Originally posted on Break The Code: At the end of ‘The Original Accident’ by Paul Virilio one can feel the utter despair, an almost total fatalism as he realizes the ‘turbo capitalism of the single market’ that pervades the globe…
First, I think it’s appropriate to begin w/ a quote from Hegel, as Debord himself does, albeit a different selection, one from Hegel’s Jena lectures 1805-6:
The human being is this Night, this empty nothing which contains everything in its simplicity–a wealth of infinitely many representations, images, none of which occur to it directly and none of which are not present…We see this Night when we look a human being in the eye, looking into a Night which turns terrifying. [For from his eyes] the night of the world hangs out toward us.
Why begin this way? What does Hegel’s anthropological metaphysics have to do with Debord’s punchy book? I think in large part it is Hegel’s treatment of identity and non-identity that Debord finds useful, and how they play into processes of identity-formation. For Hegel, the human being (nor the “Spirit” which encompasses humans individually and collectively)…
However, rather than concentrate on realized things or achieved political events, which has been the focus of much of the twentieth century’s and, especially, the international left’s political thinking, I build on scholarship that emphasizes everyday transformations in the ways people produce, reproduce, consume, and hence compost their material worlds. In particular, I focus on what these processes of decomposition and renewal may tell us about the everyday practices through which not only people but entire ecologies—trees, soils, plants, seeds, insects, chickens, microbes, and farmers—strive to collectively change the conditions of their lives. They do so not by transcending these conditions, but rather by sinking into them, slowly turning them over, aerating, and breathing in new life that also potentiates different possibilities for and relations to death.
With discoveries in neuroscience that expose us as primarily social beings, the ecological crisis which demands global cooperation in spite of differences, and amidst the peril of capitalism, which reveals the limits of a “survival of the fittest” social philosophy – the fabric of who-we-thought-we-were is being unravelled. It is like waking up from a long hallucination… disorienting, frightening, yet epiphanic… for what we are facing is nothing other than an identity crisis, one that forces us to create a new account of what it is to be human.
It’s uncomfortable to go against the grain of a totalizing and pervasive culture that reinforces a dog-eat-dog conception of human nature. It’s frightening to reconsider who you are in the midst of realizing that what you were taught all along was a lie – a myth exposed as a myth. But this is just what Buddhists have been saying for thousands of years, that the notion of a “separate self” is an illusion, and a dangerous one against which we must constantly exercise vigilance in order to correct this misperception and not forfeit our potential as beings capable of empathy and conscience.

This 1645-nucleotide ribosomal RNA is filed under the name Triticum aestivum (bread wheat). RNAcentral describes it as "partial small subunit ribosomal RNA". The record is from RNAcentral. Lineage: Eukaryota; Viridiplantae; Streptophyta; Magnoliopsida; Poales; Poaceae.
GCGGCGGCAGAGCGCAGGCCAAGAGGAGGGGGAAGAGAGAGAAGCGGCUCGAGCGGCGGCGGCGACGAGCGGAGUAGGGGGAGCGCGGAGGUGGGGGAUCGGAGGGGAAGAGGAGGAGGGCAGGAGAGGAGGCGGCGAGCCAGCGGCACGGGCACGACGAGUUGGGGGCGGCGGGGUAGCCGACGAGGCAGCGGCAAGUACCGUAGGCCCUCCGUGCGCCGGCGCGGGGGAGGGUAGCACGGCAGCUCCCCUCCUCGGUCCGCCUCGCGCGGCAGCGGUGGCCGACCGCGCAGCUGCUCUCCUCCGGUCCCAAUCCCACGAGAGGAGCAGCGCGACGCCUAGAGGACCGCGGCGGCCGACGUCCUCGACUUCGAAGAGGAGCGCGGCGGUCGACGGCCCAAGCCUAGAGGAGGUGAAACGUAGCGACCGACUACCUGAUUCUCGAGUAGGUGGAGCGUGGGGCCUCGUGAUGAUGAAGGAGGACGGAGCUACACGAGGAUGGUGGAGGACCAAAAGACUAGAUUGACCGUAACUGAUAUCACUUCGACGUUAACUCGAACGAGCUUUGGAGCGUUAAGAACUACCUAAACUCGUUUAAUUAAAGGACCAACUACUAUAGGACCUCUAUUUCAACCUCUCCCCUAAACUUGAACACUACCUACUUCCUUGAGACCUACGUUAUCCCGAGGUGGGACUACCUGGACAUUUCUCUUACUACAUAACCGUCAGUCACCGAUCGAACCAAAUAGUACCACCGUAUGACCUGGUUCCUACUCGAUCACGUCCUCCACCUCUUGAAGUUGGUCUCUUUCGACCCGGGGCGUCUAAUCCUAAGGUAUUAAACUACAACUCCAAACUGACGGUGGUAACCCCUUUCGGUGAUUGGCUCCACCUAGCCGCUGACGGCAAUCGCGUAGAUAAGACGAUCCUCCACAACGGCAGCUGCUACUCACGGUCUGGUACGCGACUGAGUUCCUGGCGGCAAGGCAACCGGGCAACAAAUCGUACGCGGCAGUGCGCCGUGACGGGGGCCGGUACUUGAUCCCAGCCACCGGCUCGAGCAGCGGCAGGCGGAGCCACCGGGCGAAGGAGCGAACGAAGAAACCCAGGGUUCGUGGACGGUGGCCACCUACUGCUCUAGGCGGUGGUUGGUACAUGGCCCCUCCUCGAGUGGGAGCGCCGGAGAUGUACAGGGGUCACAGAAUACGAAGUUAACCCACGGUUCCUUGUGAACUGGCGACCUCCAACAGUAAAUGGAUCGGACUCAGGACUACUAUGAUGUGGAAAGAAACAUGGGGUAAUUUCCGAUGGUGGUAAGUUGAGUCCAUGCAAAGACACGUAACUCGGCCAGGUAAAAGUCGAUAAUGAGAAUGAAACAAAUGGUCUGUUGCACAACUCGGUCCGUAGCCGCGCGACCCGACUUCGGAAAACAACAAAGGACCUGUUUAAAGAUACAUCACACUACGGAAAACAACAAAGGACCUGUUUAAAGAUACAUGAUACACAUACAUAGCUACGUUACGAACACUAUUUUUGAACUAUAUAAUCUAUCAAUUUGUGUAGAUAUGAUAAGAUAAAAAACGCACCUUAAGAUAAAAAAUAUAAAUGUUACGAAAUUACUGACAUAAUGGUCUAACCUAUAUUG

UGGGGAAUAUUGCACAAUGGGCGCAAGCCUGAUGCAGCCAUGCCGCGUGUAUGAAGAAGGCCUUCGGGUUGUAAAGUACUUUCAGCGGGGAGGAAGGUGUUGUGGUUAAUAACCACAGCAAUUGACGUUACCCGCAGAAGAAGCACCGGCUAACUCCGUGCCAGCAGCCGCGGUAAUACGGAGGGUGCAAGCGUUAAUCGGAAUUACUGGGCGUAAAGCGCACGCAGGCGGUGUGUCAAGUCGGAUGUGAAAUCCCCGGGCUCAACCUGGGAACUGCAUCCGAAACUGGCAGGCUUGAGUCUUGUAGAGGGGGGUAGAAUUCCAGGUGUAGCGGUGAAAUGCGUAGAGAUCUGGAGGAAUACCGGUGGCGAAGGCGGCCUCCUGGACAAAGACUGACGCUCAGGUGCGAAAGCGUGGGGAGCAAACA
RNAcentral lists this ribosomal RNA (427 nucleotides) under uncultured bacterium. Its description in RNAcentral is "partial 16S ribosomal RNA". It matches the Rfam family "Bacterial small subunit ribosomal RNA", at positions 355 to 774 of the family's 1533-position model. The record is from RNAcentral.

Our concept of the individual self was born in the context of the 18th Century, and it is reaching the end of its course. What is the new paradigm of human nature that is emerging in response to the world we live in today?
Artificial-intelligence (AI) machines could put one-half of the human workforce out of their jobs within three decades, a computer scientist told colleagues at an American Association for the Advancement of Science meeting in Washington.
Echoing physicist Stephen Hawking’s and technology titan Bill Gates’ warnings last year, Moshe Vardi said AI could mean the end of the human race as we know it, the Guardian reported Saturday. “We are approaching a time when machines will be able to outperform humans at almost any task,” said Vardi, a professor of computational engineering and the director of the Ken Kennedy Institute for Information Technology at Rice University. “I believe that society needs to confront this question before it is upon us: If machines are capable of doing almost any work humans can do, what will humans do?”
In a recent book, nearly 200 scientists, scholars, artists and public intellectuals debate the future of man in the age of AI. Will they serve us? Will we serve them? Or, will we somehow merge? Brian Eno, Antony Garret Lisi, Pamela McCorduck and Frank Tipler offer their best guesses.
This tour de force of a book covers the modern history of American warfare with sharp criticism of political decisions and rigorous analysis of battlefield strategy and tactics. As such, it should be required reading at the author’s alma mater. It would not hurt for those aspiring to succeed Barack Obama as commander-in-chief to dip into it as well. None of them, with the possible exception of Bernie Sanders, is likely to reject the worldview that led to so many deaths around the world. Watch for more military missions. Be prepared for more assassination by drone, of which even former Afghanistan commander Gen. Stanley McChrystal said, “They are hated on a visceral level, even by people who’ve never seen one or seen the effects of one.” McChrystal pointed out that drone strikes are great recruiters, not for the U.S. military, but for the Taliban, al Qaeda, and ISIS.